We conducted a quantile regression analysis to investigate the effects of road alignment, automation, driving experience, and their two-way and three-way interactions (i.e., predictor variables) on the distribution of glance durations toward the secondary task display. Unlike linear regression, which focuses on the mean of the dependent variable, quantile regression can directly estimate the effect of a predictor on the tails of the distributions of the dependent variable and makes no assumptions about the distribution of the dependent variable. In our study, the quantile regression was built in R 4.0.4 “brms” package, a package that supports the development of Bayesian generalized linear and nonlinear multivariate multilevel models using the probabilistic programming language Stan (Bürkner, 2017). We used uninformative priors and focused on the 15th, 50th, and 85th percentile glance duration on the secondary task display (i.e., dependent variables). These percentiles were selected following Liu et al. (2018), DinparastDjadid et al. (2019), and Yang et al. (2020). While the 15th and 50th percentile values capture the distributions of shorter glances and the central tendency, the 85th percentile captures the distribution of longer glances that are particularly important for safety considerations. As stated in the introduction, long off-road glances, in particular, glances longer than 2 s, are known to increase crash risk (Klauer et al., 2006). For all three models, participant was always included as a random effect (1|participant specified in the R model); in addition, for the 85th percentile model, the experience-by-automation interaction was further allowed to deviate from its single global estimation (i.e., “1+experience*automation|participant” is further specified in the R model). The choice of the models was based on the model fit, evaluated using the Posterior Predictive Checks function.
Based on earlier studies (e.g., He and Donmez, 2019; Yang et al., 2020), we expected that compared to no automation, automation would lead to longer glances to the secondary task, as indicated by increases in the three percentile values, with a larger increase in longer glances (85th percentile) as demonstrated by Yang et al. (2020). However, this hypothesized automation effect was expected to be moderated by road alignment, i.e., we expected that the effect would be smaller on curves compared to on straight road segments, similar to what has been observed in non-automated driving (Tsimhoni and Green, 2001), given that the automation we evaluated required drivers to monitor the road at all times. This hypothesized automation effect was also expected to be smaller for experienced drivers compared to novices, as experienced drivers were found to be better at self-regulating their off-road glances in non-automated driving (Wikman et al., 1998), exhibited fewer long off-road glances (> 2 s) when driving with automation, and had a smaller increase in average off-road glance duration when presented with automation (He and Donmez, 2019).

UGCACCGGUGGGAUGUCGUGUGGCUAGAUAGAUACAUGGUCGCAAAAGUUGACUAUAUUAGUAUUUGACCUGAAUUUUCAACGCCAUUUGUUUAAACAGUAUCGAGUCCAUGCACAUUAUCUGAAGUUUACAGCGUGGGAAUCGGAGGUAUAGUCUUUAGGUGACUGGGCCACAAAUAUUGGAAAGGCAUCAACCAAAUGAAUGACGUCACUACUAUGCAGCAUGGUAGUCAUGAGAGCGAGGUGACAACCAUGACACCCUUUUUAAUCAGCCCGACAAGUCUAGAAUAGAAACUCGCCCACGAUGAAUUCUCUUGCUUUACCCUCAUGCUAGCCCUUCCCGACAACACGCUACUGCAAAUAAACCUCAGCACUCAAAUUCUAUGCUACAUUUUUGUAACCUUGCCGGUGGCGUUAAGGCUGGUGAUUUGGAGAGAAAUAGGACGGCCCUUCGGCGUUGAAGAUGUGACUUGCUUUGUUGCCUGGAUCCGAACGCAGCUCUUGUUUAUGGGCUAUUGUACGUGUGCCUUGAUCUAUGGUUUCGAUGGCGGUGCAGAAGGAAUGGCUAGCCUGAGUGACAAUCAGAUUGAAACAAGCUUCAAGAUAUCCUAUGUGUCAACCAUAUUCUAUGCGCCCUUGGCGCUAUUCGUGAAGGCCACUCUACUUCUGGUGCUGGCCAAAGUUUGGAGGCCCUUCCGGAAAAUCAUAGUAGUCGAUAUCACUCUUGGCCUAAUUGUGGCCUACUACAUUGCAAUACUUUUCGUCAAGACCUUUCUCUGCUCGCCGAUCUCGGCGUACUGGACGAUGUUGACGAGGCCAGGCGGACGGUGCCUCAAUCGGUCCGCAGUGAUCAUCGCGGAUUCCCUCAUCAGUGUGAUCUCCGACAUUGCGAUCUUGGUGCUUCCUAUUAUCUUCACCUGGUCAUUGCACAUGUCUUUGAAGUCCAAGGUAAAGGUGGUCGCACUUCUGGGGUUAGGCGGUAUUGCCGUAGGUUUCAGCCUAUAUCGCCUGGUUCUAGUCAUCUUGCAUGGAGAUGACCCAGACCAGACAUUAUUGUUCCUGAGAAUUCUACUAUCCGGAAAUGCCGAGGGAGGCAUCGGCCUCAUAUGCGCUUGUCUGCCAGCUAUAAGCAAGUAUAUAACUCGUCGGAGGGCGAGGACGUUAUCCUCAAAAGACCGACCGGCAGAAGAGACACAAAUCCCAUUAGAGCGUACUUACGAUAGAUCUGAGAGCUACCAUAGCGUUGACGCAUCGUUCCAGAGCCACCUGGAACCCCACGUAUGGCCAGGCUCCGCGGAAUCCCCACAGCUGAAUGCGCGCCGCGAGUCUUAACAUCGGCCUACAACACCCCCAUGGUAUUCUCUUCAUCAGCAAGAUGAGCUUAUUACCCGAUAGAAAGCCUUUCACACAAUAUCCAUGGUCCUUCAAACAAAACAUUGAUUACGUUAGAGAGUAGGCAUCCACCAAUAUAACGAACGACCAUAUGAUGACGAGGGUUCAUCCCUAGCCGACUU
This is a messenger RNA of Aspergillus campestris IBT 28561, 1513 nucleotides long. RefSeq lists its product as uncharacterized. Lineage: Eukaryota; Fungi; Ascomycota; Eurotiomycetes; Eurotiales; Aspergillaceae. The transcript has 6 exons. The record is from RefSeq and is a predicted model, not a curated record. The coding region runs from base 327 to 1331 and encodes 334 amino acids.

Figure 3 visualizes the distribution of glance durations toward the secondary task display under different experimental conditions along with quantile regression estimates. Based on the plotted distributions, it appears that when using driving automation (ACC and LKA), the glance durations were more dispersed with longer off-road glances (i.e., the distribution was more skewed) than when not using automation; this difference was more noticeable for novice drivers compared to experienced drivers. Further, it is apparent that there is more variability across the glance distributions of different individuals, particularly novice drivers, when using automation. For non-automated driving, the glance durations appear to get shorter on curves than straight segments, with less variability among individuals. With driving automation (ACC and LKA), glance durations appear to get shorter on curves than on straight segments only for experienced drivers. Tables 2 and 3 present the results of the quantile regression analysis investigating these data trends statistically, which will be discussed further in the following sections.
FIGURE 3. Distribution of glance durations toward the secondary task. The grey lines represent the distribution of glance durations for each participant and the blue lines represent the distribution of all glances from all participants within each experimental condition. From left to right, the vertical red lines mark 15th percentile, 50th percentile, and 85th percentile glance durations extracted from the quantile regression analysis.